Luis Rossi, former head of La Raza newspaper, dies

Rossi bought La Raza in 1983 and turned it into one of the most important Spanish media outlets in the Midwest.

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Luis Rossi, who bought La Raza in 1983 and sold it in 2003, died Dec. 26.

Luis Rossi, who bought La Raza in 1983 and sold it in 2003, transformed the small weekly into one of the most important Spanish media outlets in Chicago.

Provided

Luis Rossi, a Uruguayan immigrant pivotal in Chicago’s renowned Spanish entertainment and media landscape, has died. He was 71.

Rossi died Thursday from pancreatic cancer, said his wife, Alma Rossi. He spent Christmas at home surrounded by family and friends.

“We celebrated his birthday on Christmas Eve and then we had family over for Christmas,” said Alma Rossi. “His last days were calm. He went quickly. He didn’t suffer much.”

He was diagnosed with pancreatic cancer in 2014, she said. He was in remission after initial treatments, but his condition worsened about two years ago, and he had been receiving chemotherapy.

Rossi’s death was first reported by his former newspaper, La Raza. Rossi bought La Raza in 1983 and sold it in 2003. In those 20 years, Rossi transformed the small weekly into one of the most important Spanish media outlets in Chicago and across the Midwest.

In the late 1980s, Rossi met Ivan Fernández, a Cuban entertainment impresario who became part-owner of the Aragon Ballroom in Uptown in 1994. Rossi would promote Fernández’s events at the Aragon across Spanish media outlets and together they transformed the theater into a staple tour stop for some of Latin America’s biggest acts.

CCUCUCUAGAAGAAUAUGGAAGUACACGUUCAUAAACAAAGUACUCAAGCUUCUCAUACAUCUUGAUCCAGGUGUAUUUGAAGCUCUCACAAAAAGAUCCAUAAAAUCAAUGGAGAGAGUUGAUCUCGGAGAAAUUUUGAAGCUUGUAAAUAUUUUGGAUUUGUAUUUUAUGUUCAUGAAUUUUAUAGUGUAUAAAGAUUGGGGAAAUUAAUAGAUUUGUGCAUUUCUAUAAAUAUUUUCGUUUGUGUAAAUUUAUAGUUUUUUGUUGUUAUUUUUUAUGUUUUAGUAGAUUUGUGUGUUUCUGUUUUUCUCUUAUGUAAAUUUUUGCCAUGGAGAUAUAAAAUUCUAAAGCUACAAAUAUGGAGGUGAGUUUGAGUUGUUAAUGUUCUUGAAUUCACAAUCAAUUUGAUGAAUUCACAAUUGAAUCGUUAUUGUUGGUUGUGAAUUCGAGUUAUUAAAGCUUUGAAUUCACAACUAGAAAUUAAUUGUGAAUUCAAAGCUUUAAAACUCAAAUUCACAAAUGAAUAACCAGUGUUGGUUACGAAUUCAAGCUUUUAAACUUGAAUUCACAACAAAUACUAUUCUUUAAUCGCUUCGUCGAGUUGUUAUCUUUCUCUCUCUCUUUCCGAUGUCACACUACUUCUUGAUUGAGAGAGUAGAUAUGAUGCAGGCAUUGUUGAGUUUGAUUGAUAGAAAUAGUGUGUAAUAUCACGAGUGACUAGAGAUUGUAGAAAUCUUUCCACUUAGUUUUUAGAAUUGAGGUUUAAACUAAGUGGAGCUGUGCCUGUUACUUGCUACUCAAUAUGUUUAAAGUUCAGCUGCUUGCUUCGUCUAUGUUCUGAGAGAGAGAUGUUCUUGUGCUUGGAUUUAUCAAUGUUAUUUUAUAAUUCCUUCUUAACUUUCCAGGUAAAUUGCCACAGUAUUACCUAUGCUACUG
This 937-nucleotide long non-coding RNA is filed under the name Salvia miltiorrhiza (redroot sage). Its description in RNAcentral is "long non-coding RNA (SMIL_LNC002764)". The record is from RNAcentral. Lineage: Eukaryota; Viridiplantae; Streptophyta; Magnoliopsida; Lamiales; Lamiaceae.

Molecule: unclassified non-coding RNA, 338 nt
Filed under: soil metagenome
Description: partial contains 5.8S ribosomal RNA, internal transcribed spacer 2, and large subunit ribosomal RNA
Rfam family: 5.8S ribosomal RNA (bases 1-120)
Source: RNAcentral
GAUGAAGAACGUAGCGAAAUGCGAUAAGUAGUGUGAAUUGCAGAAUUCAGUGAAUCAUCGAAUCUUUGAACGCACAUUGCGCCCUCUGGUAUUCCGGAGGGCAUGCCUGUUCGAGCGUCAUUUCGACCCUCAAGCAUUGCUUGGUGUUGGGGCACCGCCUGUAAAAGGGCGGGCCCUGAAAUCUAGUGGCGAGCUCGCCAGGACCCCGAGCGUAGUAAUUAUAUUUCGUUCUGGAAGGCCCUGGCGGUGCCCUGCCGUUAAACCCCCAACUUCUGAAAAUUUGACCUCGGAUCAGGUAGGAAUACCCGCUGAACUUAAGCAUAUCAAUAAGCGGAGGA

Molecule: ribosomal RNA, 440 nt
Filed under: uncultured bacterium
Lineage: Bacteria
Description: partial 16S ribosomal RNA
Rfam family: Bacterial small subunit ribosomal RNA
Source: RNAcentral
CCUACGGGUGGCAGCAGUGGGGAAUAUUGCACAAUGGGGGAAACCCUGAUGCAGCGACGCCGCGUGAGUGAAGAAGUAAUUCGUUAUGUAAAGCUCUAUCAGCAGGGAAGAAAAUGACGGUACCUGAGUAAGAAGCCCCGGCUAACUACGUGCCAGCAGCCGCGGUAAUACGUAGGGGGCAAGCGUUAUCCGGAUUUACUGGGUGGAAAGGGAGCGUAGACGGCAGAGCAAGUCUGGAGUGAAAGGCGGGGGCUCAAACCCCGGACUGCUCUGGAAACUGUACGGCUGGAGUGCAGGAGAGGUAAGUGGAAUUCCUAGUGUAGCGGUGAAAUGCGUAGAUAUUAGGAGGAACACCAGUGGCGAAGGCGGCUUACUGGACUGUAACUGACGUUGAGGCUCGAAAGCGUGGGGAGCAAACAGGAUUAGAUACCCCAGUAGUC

The Aragon Ballroom in 1990. After Luis Rossi’s friend Ivan Fernandez became a part-owner of the Uptown concert hall in 1994, Rossi would help promote the Latin American acts appearing at the venue. He later took an ownership stake, as well. Rossi died Thursday.

The Aragon Ballroom in 1990. After Luis Rossi’s friend Ivan Fernandez became a part-owner of the Uptown concert hall in 1994, Rossi would help promote the Latin American acts appearing at the venue. He later took an ownership stake, as well. Rossi died Thursday.

Mitch Dudek/Sun-Times

Rossi bought an ownership stake in the Aragon in the early 2000s, Fernández said. And in 2014, venue operator Live Nation also became part-owner of the 93-year-old theater, which changed its name to Byline Bank Aragon Ballroom in August.

Rossi “was always a serious person, a pleasure to work with,” Fernández said. “His death is a loss for our industry and for the community at large. I think he’s someone that’s going to be missed for a long time.”

Rossi is survived by his wife and his adopted son, Bryan Rossi.

Malec & Sons Funeral Home, 6000 N. Milwaukee Ave., is handling arrangements. Visitation, originally scheduled for the funeral home, has been moved to the Aragon, 1106 W. Lawrence Ave.; it will be held there on Thursday from 5 to 10 p.m.

A funeral Mass will be held Friday at Holy Name Catholic Cathedral.

Carlos Ballesteros is a corps members of Report for America,a not-for-profit journalism program that aims to bolster Sun-Times coverage of Chicago’s South Side and West Side.

Luis (right) and son Bryan Rossi.

Luis Rossi in 2016 with his son Bryan Rossi, then 11.

Courtesy of Alma Rossi

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